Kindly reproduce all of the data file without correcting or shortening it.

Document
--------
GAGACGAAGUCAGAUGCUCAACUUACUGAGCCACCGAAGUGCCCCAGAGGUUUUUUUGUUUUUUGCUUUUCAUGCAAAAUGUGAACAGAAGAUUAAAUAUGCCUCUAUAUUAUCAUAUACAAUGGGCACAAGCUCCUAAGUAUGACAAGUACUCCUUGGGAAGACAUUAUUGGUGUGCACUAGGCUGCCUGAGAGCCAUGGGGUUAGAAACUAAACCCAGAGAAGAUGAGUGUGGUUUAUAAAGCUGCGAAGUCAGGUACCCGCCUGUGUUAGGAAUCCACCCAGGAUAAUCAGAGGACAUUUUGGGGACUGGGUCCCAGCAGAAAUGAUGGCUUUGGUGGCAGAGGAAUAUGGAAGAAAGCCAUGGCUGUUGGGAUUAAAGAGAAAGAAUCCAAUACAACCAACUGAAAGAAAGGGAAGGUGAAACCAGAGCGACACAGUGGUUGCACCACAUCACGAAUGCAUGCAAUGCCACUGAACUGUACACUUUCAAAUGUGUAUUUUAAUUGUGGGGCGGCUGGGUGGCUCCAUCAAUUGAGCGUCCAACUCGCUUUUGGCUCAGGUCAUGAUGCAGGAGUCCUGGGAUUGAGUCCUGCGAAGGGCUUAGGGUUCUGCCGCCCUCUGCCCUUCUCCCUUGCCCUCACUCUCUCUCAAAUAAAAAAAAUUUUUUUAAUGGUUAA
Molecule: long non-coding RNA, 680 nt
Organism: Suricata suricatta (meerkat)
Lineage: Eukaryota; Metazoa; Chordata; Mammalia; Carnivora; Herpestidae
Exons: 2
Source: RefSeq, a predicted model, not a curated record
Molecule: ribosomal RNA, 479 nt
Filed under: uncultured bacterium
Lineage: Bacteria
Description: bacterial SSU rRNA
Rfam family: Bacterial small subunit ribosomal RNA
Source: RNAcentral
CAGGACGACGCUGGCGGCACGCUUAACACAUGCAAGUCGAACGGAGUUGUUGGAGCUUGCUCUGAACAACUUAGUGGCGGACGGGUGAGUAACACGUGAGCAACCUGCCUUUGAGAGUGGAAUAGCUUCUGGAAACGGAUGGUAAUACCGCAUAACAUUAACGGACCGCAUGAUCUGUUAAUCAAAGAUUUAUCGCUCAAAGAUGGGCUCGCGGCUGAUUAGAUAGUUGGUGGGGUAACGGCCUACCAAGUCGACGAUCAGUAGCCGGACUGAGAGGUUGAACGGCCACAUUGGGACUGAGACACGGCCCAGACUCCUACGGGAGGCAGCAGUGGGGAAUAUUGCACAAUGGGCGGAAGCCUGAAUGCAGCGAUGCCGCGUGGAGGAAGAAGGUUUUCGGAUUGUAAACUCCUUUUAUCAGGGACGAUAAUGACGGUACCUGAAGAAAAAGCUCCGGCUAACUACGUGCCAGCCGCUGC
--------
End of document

GAGACGAAGUCAGAUGCUCAACUUACUGAGCCACCGAAGUGCCCCAGAGGUUUUUUUGUUUUUUGCUUUUCAUGCAAAAUGUGAACAGAAGAUUAAAUAUGCCUCUAUAUUAUCAUAUACAAUGGGCACAAGCUCCUAAGUAUGACAAGUACUCCUUGGGAAGACAUUAUUGGUGUGCACUAGGCUGCCUGAGAGCCAUGGGGUUAGAAACUAAACCCAGAGAAGAUGAGUGUGGUUUAUAAAGCUGCGAAGUCAGGUACCCGCCUGUGUUAGGAAUCCACCCAGGAUAAUCAGAGGACAUUUUGGGGACUGGGUCCCAGCAGAAAUGAUGGCUUUGGUGGCAGAGGAAUAUGGAAGAAAGCCAUGGCUGUUGGGAUUAAAGAGAAAGAAUCCAAUACAACCAACUGAAAGAAAGGGAAGGUGAAACCAGAGCGACACAGUGGUUGCACCACAUCACGAAUGCAUGCAAUGCCACUGAACUGUACACUUUCAAAUGUGUAUUUUAAUUGUGGGGCGGCUGGGUGGCUCCAUCAAUUGAGCGUCCAACUCGCUUUUGGCUCAGGUCAUGAUGCAGGAGUCCUGGGAUUGAGUCCUGCGAAGGGCUUAGGGUUCUGCCGCCCUCUGCCCUUCUCCCUUGCCCUCACUCUCUCUCAAAUAAAAAAAAUUUUUUUAAUGGUUAA
Molecule: long non-coding RNA, 680 nt
Organism: Suricata suricatta (meerkat)
Lineage: Eukaryota; Metazoa; Chordata; Mammalia; Carnivora; Herpestidae
Exons: 2
Source: RefSeq, a predicted model, not a curated record
Molecule: ribosomal RNA, 479 nt
Filed under: uncultured bacterium
Lineage: Bacteria
Description: bacterial SSU rRNA
Rfam family: Bacterial small subunit ribosomal RNA
Source: RNAcentral
CAGGACGACGCUGGCGGCACGCUUAACACAUGCAAGUCGAACGGAGUUGUUGGAGCUUGCUCUGAACAACUUAGUGGCGGACGGGUGAGUAACACGUGAGCAACCUGCCUUUGAGAGUGGAAUAGCUUCUGGAAACGGAUGGUAAUACCGCAUAACAUUAACGGACCGCAUGAUCUGUUAAUCAAAGAUUUAUCGCUCAAAGAUGGGCUCGCGGCUGAUUAGAUAGUUGGUGGGGUAACGGCCUACCAAGUCGACGAUCAGUAGCCGGACUGAGAGGUUGAACGGCCACAUUGGGACUGAGACACGGCCCAGACUCCUACGGGAGGCAGCAGUGGGGAAUAUUGCACAAUGGGCGGAAGCCUGAAUGCAGCGAUGCCGCGUGGAGGAAGAAGGUUUUCGGAUUGUAAACUCCUUUUAUCAGGGACGAUAAUGACGGUACCUGAAGAAAAAGCUCCGGCUAACUACGUGCCAGCCGCUGC